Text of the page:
Eric Cantor: 'It Is Not About the '67 Lines'
11:13 AM, May 23, 2011 • By DANIEL HALPER
Eric Cantor, in a speech delivered at AIPAC yesterday, said the conflict between the Israelis and Palestinians "is not about the '67 lines." Instead, Cantor argued, "it is a culture infused with resentment and hatred. It is this culture that underlies the Palestinians' and the broader Arab world's refusal to accept Israel's right to exist as a Jewish state. This is the root of the conflict between Israel and the Palestinians."
Here is the full text of Cantor's remarks, as prepared for delivery:
It's great to be here. I'm really honored to be able to address you at the afternoon plenary of AIPAC's policy conference, the biggest ever.
As I look out, I see 10,000 people, young and old, who have come to Washington from around the country - not for personal enrichment or gain, not out of concern for your industries or businesses, but out of deep affection for a fellow democracy, Israel. We are all here because we know that America is at its best when it stands with allies that share our values.
Like many of you, I am the descendant of immigrants to America.
My grandparents came to this country nearly a century ago from Russia. They passed through New York harbor and the statue of liberty on the way to a better, freer life.
My grandmother was widowed at a young age. And she eventually made her home in a predominately African American section of Richmond, Virginia. She raised my father and my uncle in a tiny apartment above a grocery store that she owned.
Through hard work, perseverance and faith - the very values on which America is built - she lifted herself up into the middle class, and even sent her two children to college.
But never did she dare to dream that her grandson would someday be a Member of Congress, much less the Majority Leader of the U.S. House.
When I grew up, my parents were among the few Jews actively involved in local politics. From them, I learned the value of community involvement in shaping our future.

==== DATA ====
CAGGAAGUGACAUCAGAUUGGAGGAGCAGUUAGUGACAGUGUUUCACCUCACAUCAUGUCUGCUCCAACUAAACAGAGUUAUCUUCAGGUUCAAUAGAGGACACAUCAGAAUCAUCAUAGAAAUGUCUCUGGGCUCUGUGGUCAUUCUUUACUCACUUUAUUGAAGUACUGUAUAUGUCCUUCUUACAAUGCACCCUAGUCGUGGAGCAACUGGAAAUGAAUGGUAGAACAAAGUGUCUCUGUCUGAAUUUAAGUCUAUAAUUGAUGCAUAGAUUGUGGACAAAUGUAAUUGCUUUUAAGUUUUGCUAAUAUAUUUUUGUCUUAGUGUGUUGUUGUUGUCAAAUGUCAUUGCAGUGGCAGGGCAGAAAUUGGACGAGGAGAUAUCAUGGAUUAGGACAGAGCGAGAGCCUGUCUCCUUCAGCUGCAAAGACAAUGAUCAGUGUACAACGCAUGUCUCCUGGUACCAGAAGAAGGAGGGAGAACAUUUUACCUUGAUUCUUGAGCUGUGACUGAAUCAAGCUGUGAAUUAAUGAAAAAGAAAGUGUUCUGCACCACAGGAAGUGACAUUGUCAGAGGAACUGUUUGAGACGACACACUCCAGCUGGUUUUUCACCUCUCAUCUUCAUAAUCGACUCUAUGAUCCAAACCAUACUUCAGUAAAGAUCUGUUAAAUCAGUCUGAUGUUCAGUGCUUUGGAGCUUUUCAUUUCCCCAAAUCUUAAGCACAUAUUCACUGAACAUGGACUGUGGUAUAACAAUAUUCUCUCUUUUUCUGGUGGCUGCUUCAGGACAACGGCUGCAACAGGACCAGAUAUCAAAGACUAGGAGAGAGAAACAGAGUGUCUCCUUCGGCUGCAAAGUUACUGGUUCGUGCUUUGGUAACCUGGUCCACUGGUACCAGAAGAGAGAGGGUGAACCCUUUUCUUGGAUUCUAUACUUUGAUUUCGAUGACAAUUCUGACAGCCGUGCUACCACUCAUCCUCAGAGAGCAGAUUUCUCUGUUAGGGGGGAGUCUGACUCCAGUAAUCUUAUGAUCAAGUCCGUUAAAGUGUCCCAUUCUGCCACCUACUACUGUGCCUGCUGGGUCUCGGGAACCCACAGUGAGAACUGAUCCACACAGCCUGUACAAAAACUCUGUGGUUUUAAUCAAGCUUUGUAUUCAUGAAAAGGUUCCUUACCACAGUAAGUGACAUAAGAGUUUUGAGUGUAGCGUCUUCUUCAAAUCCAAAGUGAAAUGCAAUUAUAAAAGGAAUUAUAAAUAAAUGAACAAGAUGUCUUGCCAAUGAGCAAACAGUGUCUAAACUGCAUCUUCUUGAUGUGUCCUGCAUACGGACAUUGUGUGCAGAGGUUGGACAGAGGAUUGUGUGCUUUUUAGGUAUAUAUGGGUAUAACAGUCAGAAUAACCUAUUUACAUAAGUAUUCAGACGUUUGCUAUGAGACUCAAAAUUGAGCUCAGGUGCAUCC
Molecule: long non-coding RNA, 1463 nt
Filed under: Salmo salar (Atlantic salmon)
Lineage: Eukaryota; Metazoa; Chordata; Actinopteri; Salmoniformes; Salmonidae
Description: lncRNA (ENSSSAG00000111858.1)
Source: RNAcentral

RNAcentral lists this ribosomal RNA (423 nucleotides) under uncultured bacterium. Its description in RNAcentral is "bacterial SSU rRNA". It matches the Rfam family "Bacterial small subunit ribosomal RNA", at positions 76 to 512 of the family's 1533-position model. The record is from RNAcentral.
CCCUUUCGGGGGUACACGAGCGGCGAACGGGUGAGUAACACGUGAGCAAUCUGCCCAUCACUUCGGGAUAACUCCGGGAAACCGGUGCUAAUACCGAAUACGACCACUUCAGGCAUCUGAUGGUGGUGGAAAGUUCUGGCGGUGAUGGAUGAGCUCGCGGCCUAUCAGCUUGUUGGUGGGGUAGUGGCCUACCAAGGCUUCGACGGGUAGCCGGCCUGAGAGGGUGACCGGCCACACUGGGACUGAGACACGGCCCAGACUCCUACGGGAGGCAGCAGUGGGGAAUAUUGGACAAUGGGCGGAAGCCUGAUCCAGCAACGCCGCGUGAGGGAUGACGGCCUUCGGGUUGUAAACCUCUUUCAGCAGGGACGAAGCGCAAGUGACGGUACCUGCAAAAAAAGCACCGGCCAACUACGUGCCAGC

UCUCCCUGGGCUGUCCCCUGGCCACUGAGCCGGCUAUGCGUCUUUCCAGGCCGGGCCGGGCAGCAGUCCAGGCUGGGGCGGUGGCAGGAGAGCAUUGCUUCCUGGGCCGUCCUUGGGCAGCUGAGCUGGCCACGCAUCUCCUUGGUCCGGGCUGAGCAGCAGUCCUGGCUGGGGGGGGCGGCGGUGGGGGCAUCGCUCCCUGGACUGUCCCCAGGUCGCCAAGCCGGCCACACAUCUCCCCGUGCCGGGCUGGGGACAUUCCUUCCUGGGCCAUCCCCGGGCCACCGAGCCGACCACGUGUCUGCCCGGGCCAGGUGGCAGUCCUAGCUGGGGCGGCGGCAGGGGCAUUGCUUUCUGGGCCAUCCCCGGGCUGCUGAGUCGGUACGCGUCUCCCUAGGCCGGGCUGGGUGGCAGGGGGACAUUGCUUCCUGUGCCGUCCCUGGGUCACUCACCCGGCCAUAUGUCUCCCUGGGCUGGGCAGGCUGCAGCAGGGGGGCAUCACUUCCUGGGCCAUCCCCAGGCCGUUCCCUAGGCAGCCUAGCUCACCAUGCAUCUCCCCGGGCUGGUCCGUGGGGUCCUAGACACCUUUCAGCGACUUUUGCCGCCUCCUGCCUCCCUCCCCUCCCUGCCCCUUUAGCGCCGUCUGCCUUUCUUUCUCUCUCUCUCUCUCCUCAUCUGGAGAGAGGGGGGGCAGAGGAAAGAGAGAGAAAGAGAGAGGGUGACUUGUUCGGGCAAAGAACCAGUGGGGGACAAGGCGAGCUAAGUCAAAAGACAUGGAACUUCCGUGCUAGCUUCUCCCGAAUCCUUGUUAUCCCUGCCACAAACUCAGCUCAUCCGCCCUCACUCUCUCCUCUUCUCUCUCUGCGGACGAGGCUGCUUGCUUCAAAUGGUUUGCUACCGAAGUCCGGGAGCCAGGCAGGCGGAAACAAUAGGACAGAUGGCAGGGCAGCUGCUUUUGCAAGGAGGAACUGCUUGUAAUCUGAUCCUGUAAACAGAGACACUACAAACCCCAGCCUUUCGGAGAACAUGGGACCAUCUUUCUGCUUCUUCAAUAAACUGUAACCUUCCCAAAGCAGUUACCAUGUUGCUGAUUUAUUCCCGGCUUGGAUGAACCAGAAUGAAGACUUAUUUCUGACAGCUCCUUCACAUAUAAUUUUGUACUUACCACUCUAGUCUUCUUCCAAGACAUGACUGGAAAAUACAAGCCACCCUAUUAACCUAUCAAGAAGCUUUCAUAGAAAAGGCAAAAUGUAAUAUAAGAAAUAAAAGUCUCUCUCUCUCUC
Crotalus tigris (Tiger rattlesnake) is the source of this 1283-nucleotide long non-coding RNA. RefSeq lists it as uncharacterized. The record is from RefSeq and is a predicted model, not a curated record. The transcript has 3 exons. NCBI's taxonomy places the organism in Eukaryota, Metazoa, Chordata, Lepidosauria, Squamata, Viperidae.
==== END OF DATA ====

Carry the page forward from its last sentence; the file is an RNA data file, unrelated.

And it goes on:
One of my most vivid memories as a child came on that fateful Yom Kippur Day in 1973. I was just 10 years old. I remember standing on the steps in front of the synagogue after services let out. I heard grown-ups around me talking about Israel being attacked on the holiest day of the calendar. I heard them recall what it was like to live as a Jew before Israel came into being. They feared that those days might return.
That experience was etched into my memory. It was only years later that I truly understood the critical role America can play in coming to the aid of a fellow democracy.
Visitors to our country often ask, “Why is it that America and Israel are so close?”
There are many answers to this question.
Yes, Israel is a critical pillar of U.S. national security.
Yes, Israel fights on the front line against radical Islam.
And yes, a strong Israel provides a more stable and hospitable Middle East for U.S. interests.
Our strategic ties to Israel are important. But there's something much deeper that binds our two nations. There's something that Americans identify with on a gut level - something I see every time Steny Hoyer and I take Members to Israel.
When Members of Congress stand on the shores of the Sea of Galilee; when we listen to the words of the Sermon on the Mount; and when we walk the Stations of the Cross, the names and places that people read about in their Sunday school studies come alive right before their eyes.
It is emotional. It is profound. And to our Christian brethren among us, we salute you and appreciate your solidarity and support.
Israel cherishes the values we do. Israel represents the triumph of the human spirit over impossible odds. Israel represents a fierce dedication to saving and improving life for all.
Israel's spirit lives through its people.
In 1942, a boy was slipped by his parents off a train bound for the gas chambers of Auschwitz. By a stroke of luck, a Catholic woman in a nearby Polish village took him in and hid him in her cupboard. After the war was finally over, that boy immigrated to Israel to begin a new life.
Today, his son, Dr. Ofer Merin, heads up the now-famous medical field hospital that travels the world in the wake of natural disasters.
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